MY DIAMOND BIRTHDAY

MY DIAMOND BIRTHDAY
On November 22, I will be 75 years old. I surely never thought that I would last this long. I was really happy when I passed my 37th birthday. That was when my father passed away. I guess not being a professional prizefighter. Or smoking four packs of cigarettes a day saved me from his fate. Each year since then has kind of been a bonus to me and a joy on a daily basis.
When we passed the millennium, I was shocked. I had passed into another century. My children had children and I was able to be around them and see them grow. One of them will be in college next year and I am lucky I will see that.
My mind is still functioning on all of its 6 cylinders. I am still chock filled with useless and trivial information. My work as a lobbyist for rural schools still goes on not impeded by a lack of energy or confused thinking. I am still able to spout the same bromides as I did 20 years ago. I am still welcome in certain circles, if I don’t make a pest of myself.
I am encouraged by my older sister Renee, who is 7 years my senior. She is still as sharp as she was in high school. She still suffers no fools and is able to help senior citizens fill out their income tax forms. She still views me as her little brother and has been telling me for my lifetime, “Just wait till you are . . . “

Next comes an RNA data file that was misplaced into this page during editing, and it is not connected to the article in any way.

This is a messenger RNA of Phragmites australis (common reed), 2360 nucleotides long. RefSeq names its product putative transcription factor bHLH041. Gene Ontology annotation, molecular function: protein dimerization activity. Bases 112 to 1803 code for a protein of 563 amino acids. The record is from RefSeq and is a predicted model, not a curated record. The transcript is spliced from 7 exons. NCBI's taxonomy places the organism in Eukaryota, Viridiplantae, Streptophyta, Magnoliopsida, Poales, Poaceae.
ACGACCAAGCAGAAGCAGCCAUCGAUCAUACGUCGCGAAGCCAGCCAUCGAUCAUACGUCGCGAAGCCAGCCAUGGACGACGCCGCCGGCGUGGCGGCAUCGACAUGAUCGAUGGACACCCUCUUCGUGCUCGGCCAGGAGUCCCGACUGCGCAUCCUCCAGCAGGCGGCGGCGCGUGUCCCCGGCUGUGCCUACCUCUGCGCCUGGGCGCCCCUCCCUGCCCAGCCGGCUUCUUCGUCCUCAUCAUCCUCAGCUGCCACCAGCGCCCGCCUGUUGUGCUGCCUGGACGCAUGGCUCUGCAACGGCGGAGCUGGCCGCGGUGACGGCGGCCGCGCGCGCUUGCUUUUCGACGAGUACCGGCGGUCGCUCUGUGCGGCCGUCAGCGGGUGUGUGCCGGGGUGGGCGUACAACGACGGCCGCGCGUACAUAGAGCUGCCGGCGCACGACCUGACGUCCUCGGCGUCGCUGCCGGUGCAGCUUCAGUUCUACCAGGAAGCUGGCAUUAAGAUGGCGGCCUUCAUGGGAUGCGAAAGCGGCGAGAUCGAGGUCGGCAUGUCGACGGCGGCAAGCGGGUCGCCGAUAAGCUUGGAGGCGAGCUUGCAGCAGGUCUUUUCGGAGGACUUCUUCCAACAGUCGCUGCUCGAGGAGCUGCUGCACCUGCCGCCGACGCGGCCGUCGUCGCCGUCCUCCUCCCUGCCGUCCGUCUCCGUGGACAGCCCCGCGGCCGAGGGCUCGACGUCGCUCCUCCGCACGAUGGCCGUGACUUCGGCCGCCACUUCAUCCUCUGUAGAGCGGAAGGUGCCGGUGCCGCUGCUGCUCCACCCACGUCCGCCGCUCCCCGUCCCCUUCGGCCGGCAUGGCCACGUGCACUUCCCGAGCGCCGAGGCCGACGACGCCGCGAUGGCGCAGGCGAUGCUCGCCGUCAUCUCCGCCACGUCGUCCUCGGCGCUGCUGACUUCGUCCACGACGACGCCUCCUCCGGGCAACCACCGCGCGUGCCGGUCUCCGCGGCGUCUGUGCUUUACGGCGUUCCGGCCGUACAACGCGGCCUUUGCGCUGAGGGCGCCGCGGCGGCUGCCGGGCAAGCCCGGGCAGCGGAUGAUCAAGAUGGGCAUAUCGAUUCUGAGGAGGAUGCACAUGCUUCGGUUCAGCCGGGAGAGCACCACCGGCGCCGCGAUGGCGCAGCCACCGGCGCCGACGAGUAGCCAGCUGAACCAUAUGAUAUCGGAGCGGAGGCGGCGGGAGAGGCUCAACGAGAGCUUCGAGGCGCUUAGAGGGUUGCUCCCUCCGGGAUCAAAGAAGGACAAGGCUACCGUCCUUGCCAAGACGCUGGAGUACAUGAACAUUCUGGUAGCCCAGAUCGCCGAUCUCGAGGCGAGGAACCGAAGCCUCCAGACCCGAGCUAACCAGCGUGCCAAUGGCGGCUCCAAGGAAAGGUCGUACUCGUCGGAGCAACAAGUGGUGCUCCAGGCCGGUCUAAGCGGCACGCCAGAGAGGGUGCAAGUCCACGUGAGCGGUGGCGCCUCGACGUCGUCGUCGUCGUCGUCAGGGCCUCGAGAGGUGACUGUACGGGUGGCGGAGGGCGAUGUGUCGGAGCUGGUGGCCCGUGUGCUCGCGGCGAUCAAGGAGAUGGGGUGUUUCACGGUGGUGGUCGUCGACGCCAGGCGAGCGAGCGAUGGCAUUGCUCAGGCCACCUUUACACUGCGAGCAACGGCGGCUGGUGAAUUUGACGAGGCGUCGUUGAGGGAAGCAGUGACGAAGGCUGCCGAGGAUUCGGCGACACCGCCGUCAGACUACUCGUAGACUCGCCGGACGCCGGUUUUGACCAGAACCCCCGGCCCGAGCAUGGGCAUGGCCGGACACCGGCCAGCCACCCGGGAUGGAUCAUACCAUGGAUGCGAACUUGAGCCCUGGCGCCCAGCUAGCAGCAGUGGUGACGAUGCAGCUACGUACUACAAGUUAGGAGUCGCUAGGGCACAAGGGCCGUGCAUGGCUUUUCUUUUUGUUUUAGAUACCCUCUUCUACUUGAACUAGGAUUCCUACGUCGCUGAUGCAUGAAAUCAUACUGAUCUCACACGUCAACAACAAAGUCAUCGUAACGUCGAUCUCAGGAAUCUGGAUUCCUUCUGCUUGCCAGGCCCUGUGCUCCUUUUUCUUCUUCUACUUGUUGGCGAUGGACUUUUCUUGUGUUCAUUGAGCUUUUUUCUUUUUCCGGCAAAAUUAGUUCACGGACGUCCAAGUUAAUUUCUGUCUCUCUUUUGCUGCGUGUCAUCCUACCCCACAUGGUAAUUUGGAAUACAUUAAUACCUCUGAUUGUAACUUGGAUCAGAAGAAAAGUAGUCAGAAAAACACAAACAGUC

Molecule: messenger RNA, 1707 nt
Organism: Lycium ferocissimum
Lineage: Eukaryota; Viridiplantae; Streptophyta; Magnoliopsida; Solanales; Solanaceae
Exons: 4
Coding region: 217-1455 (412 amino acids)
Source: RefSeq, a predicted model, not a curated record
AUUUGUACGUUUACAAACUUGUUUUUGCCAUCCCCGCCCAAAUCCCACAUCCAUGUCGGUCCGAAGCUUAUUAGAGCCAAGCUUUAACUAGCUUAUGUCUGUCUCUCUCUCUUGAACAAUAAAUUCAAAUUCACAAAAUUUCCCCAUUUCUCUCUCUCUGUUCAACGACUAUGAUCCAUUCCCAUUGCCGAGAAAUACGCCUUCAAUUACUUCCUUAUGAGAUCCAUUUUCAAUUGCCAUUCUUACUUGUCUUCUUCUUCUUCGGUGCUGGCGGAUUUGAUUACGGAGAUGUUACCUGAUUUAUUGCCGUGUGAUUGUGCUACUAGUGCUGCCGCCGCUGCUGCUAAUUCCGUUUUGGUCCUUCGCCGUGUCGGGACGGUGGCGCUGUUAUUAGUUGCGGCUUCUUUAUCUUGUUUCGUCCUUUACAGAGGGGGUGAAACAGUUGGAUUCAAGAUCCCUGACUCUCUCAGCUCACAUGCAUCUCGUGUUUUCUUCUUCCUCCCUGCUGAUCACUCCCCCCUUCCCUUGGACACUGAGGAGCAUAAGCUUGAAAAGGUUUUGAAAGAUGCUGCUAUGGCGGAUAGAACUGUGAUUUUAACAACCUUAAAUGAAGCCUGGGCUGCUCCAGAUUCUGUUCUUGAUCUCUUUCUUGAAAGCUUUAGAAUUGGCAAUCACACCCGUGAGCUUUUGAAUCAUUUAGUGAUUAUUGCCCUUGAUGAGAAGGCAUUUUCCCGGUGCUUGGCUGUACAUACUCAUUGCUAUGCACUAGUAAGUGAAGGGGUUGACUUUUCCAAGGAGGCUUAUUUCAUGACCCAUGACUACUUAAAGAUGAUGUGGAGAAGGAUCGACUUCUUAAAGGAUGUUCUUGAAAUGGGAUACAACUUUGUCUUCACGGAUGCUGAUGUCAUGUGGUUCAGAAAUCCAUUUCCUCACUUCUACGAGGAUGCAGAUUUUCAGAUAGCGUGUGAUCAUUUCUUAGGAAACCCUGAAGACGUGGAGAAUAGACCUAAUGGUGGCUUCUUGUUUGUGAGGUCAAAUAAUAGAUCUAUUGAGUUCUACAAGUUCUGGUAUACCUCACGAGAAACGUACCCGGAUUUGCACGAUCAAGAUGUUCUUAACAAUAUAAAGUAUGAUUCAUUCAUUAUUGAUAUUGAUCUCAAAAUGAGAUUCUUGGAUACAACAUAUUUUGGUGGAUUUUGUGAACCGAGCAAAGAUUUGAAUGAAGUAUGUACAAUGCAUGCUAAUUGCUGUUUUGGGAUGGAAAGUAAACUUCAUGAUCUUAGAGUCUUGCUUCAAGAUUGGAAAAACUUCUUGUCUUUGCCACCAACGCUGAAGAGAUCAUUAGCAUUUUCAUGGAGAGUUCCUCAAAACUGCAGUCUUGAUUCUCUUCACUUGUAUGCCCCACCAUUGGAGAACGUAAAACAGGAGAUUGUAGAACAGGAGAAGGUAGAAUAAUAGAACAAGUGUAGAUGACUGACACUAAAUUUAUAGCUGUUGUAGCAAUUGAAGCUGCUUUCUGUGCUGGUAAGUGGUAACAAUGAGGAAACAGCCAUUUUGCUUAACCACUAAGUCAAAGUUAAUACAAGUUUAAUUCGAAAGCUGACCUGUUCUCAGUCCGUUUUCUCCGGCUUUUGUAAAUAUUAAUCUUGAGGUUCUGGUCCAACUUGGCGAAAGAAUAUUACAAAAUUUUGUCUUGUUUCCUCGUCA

Of course, my luck is really marrying Carol (50 years now). She has kept me occupied and healthy. Her concern for me has never been more evident when I had heart surgery a few years ago. She was always on the ball telling me what it is that the doctor said or what the home health care people wanted me to do. I credit her with making me last this long.
You must understand that my birthday, November 22nd, is both a happy and sad day for our family. You may remember that President Kennedy died on November 22, 1963. We did not celebrate my birthday on that day. I still remember Carol taking the chocolate cake that was being readied for candles and putting it back into the refrigerator. I am not even sure if we ever ate it.
I guess I will now start to think of myself as an older person. I noticed that I am being called “sir” almost anywhere I go. For those people who do that, I believe that they think it is the courteous thing to do. I kind of think of it as payback for all of those times in the Army when I had to say “sir” to the officers and salute automobiles with blue stickers, even if they were parked ( military people will understand).

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